While there has been plenty to fear when it comes to hackers stealing virtual currencies from online investor accounts, reports of thieves carrying out real-life robberies has the biggest crypto enthusiasts on high alert.
According to The New York Times, there have been a “startling number” of armed robberies of cryptocurrency holders across the globe.
In many cases, the criminals are able to force the victim to hand over their hardware wallets or keys to online accounts, and then simply steal large amounts of crypto. And because the local authorities don’t have the technology to track transactions, the perpetrators are harder (or even impossible) to track down.
“For this, the advantage of bitcoin is that it’s hard to verify,” said Chalong Police Station investigator Chanut Hongsitthichaikul, who worked on a case involving a Russian man ambushed for roughly $100,000 in Bitcoin while in Thailand. “We asked the victim how to track it since they know Bitcoin better than us. We asked them how to check the receiver. They said there is no way. It is hard to do.”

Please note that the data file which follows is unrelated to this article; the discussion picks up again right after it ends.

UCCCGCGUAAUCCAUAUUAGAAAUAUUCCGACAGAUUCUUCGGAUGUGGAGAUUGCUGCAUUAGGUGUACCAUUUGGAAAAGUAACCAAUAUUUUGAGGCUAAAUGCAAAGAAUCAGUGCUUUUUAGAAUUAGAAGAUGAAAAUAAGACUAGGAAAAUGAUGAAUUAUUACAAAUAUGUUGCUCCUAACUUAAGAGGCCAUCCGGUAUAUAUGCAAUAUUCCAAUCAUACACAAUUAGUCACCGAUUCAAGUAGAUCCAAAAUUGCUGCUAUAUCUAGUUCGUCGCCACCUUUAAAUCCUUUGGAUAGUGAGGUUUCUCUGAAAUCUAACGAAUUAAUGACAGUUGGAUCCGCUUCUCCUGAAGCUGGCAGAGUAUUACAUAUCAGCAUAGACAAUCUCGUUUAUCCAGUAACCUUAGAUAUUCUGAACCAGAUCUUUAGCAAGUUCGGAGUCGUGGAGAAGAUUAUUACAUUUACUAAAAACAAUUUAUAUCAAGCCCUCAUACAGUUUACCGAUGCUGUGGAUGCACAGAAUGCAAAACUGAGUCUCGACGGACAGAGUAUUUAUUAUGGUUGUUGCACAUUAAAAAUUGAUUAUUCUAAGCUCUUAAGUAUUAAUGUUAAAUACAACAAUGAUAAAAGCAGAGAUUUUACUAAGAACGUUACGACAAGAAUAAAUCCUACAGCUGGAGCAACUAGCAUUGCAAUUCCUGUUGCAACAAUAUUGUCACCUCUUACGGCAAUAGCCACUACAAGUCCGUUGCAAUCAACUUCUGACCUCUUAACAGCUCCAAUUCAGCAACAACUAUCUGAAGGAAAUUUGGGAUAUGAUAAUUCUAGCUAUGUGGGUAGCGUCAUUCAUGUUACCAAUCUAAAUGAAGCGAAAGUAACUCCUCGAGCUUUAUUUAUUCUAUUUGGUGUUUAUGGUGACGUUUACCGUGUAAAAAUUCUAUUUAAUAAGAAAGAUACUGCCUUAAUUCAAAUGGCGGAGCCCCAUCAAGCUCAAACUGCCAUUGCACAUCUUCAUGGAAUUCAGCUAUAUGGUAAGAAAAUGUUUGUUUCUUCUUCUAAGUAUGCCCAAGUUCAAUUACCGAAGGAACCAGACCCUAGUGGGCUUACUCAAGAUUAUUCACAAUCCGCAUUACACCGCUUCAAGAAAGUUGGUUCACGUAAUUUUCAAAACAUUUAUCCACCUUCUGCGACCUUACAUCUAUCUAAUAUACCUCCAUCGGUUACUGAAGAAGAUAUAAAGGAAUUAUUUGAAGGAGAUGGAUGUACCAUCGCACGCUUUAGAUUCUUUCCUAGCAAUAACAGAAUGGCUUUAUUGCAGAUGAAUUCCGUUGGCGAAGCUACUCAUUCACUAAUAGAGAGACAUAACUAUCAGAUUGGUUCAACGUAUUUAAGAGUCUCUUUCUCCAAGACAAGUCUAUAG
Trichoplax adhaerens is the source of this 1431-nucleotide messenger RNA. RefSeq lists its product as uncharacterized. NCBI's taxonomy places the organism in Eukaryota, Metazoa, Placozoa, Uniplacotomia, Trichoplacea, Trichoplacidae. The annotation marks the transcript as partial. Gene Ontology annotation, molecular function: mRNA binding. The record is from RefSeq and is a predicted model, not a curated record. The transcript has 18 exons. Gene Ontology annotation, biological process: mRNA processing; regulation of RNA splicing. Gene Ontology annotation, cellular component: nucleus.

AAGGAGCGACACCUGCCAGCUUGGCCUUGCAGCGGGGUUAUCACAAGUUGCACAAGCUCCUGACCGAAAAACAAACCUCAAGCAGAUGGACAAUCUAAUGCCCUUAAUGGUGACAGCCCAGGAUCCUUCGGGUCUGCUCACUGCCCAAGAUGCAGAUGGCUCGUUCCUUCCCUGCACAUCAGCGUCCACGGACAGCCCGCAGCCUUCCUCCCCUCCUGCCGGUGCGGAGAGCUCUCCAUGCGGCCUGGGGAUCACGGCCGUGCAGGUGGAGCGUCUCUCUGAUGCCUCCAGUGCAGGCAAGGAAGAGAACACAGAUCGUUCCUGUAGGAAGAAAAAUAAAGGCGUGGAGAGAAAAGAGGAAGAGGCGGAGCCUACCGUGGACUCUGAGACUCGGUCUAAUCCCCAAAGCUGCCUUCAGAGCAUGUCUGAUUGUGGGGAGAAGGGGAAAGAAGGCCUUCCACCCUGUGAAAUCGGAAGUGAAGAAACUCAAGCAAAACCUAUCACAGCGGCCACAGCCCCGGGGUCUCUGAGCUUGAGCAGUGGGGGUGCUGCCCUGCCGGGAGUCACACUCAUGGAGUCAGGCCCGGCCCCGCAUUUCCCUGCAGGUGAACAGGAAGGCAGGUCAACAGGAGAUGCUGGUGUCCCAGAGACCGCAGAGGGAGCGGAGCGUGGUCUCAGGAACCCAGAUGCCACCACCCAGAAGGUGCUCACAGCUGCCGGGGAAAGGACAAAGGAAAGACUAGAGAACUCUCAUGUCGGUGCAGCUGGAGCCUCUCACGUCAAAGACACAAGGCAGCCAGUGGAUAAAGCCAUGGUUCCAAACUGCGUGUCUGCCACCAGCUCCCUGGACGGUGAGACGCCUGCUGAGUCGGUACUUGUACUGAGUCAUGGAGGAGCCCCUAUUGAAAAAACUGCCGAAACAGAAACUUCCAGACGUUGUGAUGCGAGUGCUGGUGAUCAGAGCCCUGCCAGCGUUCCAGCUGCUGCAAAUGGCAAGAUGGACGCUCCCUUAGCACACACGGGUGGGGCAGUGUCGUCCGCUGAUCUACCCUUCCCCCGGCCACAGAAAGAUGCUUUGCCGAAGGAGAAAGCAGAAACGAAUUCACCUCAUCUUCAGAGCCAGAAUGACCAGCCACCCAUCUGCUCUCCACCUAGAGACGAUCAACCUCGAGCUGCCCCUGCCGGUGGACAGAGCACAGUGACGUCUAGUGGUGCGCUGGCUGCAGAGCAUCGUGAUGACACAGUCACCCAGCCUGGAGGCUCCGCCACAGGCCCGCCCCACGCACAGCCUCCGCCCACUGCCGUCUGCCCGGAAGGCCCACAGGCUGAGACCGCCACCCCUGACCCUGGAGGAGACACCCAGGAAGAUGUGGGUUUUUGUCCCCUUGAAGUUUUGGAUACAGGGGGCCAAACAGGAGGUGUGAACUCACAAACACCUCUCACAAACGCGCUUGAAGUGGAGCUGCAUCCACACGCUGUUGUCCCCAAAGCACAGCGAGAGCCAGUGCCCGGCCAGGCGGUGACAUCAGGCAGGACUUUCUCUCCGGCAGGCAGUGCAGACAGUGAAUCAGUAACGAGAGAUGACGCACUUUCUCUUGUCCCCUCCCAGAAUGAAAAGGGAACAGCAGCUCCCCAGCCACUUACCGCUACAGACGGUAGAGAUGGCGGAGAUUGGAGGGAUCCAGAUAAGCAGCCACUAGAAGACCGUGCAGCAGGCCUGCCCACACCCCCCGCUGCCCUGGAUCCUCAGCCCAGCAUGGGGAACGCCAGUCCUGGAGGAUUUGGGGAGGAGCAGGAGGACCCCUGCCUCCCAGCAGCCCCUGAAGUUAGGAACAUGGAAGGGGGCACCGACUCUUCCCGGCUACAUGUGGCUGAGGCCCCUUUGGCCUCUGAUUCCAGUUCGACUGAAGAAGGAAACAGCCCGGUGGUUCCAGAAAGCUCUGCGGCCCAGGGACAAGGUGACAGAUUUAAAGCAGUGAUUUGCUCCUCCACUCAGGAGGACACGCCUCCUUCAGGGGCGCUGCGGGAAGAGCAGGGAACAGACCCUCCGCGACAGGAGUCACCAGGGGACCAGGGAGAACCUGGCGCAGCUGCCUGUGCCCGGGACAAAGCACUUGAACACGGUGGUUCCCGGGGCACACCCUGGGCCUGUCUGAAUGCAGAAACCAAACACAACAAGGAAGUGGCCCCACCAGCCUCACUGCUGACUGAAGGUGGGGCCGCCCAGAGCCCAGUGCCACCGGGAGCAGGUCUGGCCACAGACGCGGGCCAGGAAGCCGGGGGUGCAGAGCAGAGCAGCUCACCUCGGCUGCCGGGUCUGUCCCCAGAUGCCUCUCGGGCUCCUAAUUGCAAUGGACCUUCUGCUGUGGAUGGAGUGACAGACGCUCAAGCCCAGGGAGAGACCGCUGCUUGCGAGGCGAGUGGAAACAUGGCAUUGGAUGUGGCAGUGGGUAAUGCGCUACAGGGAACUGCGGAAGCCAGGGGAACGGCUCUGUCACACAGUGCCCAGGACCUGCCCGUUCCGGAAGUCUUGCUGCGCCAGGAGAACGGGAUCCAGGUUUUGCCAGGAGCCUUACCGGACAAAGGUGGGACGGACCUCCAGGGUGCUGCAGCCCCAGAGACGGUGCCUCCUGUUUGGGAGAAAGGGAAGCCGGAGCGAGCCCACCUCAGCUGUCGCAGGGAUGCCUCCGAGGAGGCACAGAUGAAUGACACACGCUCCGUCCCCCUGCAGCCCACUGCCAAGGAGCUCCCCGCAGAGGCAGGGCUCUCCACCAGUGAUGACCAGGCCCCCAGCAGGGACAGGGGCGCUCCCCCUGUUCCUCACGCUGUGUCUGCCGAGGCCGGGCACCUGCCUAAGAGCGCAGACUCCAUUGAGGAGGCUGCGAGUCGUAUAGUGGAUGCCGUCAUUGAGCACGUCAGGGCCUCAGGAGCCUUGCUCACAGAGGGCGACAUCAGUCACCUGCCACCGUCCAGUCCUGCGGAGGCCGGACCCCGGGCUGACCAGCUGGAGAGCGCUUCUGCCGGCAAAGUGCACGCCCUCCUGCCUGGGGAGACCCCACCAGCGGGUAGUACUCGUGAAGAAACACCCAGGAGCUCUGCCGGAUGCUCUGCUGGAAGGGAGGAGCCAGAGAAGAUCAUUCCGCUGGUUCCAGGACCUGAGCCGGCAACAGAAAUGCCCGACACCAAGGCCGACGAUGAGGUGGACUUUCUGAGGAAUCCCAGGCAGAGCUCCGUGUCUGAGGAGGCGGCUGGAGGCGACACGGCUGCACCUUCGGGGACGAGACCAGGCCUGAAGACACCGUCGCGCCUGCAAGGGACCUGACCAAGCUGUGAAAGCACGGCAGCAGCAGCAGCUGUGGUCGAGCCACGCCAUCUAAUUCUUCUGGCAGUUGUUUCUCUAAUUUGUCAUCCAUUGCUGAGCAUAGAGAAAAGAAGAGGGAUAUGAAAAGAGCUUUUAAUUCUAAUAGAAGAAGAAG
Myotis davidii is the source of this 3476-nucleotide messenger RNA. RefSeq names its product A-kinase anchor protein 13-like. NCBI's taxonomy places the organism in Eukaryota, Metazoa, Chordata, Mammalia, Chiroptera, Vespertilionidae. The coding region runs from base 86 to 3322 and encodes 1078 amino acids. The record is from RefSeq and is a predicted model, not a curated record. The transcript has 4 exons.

Other crypto-related crimes have included victims being extorted for ransom in exchange for the ending of hoax phone calls to the police (known as swatting), muggings at in-person sales of cryptocurrency, and the hijacking of cell phones to gain access to holding accounts.
And late last year, a cryptocurrency executive was kidnapped by an armed gang near his office in Kiev, and was freed on Thursday after paying the ransom demand of more than $1 million in bitcoins.
In fact, many of the major crypto investors are now refusing to travel to Russia, Turkey and other countries where attacks are easier to carry out because of organized crime. It’s important to note, though, that there have been armed attacks at a Canadian Bitcoin exchange in Ottawa, and against an Ether investor in New York City and a prominent virtual currency trader living near Oxford, England.
As a result, some investors are arming themselves. In fact, at the recent Satoshi Roundtable in Mexico, organizers “brought in a security force and instituted significant privacy measures for guests to protect them from criminals while they were in attendance.”